Last Chance Productions Gets Toxic with Evil Dead in the Pacific Northwest!

24 Oct

By Ed Sum (The Vintage Tempest)

81qMvxhWjhL._SL1425_Evil Dead the Musical
Oct 30-31, 2015

Toxic Avenger the Musical
Renton Civic Theatre
Renton, Washington
December 26, 2015

Alberta Rose Theatre
Portland, Oregon
January 2, 2016

Waterfront Theatre
on Granville Island

Vancouver, BC
Feb 5 and 6, 2016

Returning to Vancouver, BC this Halloween is Evil Dead the Musical, and hot on their tail is The Toxic Avenger the Musical. Both shows, if it was back to back, would have been duking it out at the Waterfront Theatre instead of Studio 1338!  A change in plan will have Toxie appear next year and with a bigger venue, the team of Last Chance Productions promises more fun to pop up. This crew performed Young Frankenstein and Cannibal! the Musical in the past. For the holidays, they are giving fans new content as they tour the Pacific Northwest during the holidays.

Fans of Troma who have not seen this production can see what’s changed. The plot of this stage version does not entirely follow the film. It takes the best moments from it and has fun with the tropes.

“The movie has its own cult following, and people should be aware that the musical changed things around,” revealed Chance Newman, director and producer. “There’s two performers who play 20 parts each, and it’s going to be manic.”

One of the songs performed is self-referential. “B*tch/S***/Liar/Whore” will have audiences do a double take. The actress is having a battle with herself in a duet. Is that possible? In reference to the 70’s TV show, That’s impossible! probably not. Stevie Wayne plays the mayor and mother to Toxie in the same scene, and Newman believes this moment will be outrageously funny. This show also features the talents of Sebastian Haff as Melvin Ferd/Toxie Avenger; Stacey Dee as Sarah; Collin Claypool as random dudes and Deb Lundy for the rest of the gang.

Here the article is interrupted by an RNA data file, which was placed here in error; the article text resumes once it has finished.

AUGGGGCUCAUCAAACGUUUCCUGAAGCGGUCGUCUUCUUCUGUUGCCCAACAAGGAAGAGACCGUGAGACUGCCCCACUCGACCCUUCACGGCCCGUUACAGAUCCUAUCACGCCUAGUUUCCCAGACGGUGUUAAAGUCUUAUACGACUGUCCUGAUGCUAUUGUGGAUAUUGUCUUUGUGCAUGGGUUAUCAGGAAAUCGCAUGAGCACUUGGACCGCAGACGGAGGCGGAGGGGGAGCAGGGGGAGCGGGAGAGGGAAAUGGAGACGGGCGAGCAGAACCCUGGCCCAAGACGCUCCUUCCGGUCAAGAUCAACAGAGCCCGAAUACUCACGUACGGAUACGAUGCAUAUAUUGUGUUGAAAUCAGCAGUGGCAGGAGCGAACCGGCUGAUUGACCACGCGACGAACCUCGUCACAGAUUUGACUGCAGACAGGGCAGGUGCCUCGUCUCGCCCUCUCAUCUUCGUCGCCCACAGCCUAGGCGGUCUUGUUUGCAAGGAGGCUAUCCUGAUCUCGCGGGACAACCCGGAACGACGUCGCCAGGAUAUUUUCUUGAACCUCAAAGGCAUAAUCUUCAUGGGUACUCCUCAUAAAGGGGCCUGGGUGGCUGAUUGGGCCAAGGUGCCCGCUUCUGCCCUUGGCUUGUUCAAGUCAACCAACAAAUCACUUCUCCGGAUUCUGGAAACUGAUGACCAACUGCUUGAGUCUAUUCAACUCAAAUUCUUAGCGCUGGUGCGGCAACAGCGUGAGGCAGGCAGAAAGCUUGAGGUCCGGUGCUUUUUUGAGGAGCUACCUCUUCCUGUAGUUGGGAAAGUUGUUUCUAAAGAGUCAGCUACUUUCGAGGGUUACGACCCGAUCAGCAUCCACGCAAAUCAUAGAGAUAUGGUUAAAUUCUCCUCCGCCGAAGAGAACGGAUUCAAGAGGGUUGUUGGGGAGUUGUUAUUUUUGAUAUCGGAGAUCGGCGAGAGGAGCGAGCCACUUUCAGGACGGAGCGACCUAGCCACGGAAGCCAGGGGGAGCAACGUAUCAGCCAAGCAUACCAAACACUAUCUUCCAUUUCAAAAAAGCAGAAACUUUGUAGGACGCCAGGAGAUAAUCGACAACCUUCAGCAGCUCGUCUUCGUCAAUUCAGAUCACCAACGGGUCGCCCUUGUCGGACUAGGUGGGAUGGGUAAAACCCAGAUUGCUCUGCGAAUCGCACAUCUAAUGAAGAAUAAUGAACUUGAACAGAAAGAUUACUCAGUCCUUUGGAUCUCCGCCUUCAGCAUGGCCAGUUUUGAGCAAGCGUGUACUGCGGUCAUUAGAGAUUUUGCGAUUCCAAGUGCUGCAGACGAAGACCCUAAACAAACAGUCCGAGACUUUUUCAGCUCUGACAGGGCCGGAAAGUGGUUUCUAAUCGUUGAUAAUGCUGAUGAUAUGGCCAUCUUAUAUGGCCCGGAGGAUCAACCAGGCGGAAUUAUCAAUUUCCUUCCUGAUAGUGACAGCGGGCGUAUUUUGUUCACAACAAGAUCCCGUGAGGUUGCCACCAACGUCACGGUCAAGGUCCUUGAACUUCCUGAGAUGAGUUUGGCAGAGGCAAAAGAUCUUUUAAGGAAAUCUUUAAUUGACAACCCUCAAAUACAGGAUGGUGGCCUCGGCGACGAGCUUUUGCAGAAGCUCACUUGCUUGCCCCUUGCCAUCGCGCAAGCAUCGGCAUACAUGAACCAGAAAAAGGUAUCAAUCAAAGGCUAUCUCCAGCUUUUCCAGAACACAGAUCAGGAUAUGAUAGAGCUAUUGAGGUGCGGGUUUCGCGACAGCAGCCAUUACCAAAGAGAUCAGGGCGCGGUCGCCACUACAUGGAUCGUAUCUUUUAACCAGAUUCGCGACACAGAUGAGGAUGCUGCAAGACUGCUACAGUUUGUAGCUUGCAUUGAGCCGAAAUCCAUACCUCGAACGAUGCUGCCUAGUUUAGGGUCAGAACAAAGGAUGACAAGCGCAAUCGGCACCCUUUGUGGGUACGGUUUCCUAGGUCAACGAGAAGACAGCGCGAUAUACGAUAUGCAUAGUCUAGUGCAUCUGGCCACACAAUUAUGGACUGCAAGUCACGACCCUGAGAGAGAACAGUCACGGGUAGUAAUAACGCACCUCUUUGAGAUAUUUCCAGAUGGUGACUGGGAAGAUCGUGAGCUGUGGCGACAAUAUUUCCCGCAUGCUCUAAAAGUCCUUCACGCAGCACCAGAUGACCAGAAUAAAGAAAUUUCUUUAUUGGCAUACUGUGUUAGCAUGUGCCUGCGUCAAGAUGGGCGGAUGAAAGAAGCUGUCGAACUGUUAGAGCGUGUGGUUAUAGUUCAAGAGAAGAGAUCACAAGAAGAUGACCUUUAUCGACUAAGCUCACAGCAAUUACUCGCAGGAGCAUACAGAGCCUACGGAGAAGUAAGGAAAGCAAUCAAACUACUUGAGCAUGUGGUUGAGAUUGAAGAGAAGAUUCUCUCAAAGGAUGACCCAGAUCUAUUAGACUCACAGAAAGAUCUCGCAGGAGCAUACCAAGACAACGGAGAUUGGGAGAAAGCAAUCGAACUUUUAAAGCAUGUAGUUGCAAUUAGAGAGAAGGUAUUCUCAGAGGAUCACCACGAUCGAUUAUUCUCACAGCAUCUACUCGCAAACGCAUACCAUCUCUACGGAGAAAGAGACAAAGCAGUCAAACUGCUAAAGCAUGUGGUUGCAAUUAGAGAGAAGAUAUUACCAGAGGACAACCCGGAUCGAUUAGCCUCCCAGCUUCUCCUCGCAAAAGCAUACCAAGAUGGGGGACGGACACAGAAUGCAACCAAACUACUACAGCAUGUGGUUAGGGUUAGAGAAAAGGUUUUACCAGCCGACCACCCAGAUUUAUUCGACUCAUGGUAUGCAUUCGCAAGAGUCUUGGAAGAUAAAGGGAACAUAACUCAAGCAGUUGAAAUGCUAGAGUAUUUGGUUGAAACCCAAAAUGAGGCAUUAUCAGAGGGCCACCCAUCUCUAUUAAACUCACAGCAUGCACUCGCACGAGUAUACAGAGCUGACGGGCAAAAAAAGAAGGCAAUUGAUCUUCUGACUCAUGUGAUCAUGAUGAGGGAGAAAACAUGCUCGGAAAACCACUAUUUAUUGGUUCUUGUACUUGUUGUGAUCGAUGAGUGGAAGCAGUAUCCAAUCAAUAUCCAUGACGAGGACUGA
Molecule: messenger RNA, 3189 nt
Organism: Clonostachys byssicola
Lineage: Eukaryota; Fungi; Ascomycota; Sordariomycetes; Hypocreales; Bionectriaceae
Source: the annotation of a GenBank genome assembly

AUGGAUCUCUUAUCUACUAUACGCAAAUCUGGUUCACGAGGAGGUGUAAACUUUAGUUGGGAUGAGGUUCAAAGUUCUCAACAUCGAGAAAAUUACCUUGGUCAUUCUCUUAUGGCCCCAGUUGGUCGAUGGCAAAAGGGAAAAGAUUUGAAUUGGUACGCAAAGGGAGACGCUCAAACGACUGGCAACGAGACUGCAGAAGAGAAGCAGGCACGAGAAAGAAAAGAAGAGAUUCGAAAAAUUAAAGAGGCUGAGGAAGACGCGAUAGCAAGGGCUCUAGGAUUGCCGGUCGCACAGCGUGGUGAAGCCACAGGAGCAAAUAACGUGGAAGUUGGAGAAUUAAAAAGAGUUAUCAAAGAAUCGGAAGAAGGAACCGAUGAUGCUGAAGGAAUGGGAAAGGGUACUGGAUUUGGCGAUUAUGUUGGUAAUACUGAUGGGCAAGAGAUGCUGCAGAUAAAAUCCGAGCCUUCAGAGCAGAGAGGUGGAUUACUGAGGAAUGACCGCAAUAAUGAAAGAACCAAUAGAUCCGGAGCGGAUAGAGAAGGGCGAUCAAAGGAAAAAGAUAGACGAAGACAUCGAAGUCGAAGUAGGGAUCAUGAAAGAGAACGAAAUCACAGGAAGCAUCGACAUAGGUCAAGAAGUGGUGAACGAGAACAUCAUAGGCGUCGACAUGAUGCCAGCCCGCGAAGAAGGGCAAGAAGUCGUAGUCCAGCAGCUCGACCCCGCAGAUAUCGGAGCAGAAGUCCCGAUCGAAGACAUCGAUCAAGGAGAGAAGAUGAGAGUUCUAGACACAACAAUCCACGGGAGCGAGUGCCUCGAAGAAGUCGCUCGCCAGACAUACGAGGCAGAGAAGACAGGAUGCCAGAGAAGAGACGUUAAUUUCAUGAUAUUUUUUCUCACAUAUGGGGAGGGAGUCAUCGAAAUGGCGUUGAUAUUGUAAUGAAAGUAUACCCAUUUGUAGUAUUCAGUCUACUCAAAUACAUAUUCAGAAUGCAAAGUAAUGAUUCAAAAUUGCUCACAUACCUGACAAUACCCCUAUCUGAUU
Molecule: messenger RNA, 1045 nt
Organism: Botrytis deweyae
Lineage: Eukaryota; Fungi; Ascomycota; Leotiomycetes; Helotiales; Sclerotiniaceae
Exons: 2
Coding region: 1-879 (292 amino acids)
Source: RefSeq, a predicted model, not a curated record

Last Chance Production's Young Frankenstein the Musical

Last Chance Production’s Young Frankenstein the Musical (featuring this author?)

This group saw this production when they were in Houston, Texas at the Alley Theatre and decided that this has to be the next show to put on. While they never tire of playing their small repertoire of shows, to figure out which horror-musical to do next is always good. They are avid followers of this musical since 2011, and Troma’s film for even longer.

Newman’s ensemble cast know their material inside out and this director knows his team are very well-versed to make the magic happen. They can multitask, and the only character who does not play a dual role in Toxic Avenger the Musical is Sarah, the heroine. She’s the blind librarian. As for how she gets work done, out, well, this director says you have to come see it.

With this director’s experience in putting on Haunted House attractions during the Halloween season, moving the intimacy from a hands-on experience to that of a stage show makes no difference. The experience is the same. With his background added on top of his knowledge of the horror genre from film studies and in helping his mother out in her musical productions back home, moving onwards and upwards to produce live performances is evolution in action.

“I think that the music [from Toxic Avenger the Musical] is outstanding and when we find ourselves singing these songs for 3 years running, that’s incredibly satisfying when you know that you can share that with other people,” said Newman. “To see them hear it for the first time is a joy.

“I’m a big superhero fan like so many folks are. The idea of Frankenstein’s monster as a Jason (Friday the 13th) kind of character slammed into a superhero form is pretty fun,” noted Newman.

Joe DiPietro wrote the original Broadway production and David Bryan composed the music. Both worked on the lyrics to this production that Newman describes as having that New Jersey (Bon Jovi and Bruce Springsteen) sound. For instance, there’s this folk singer who will come in, playing the acoustic guitar, and he has a loud voice to pull off being The Boss when he sings “The Legend of the Toxic Avenger.”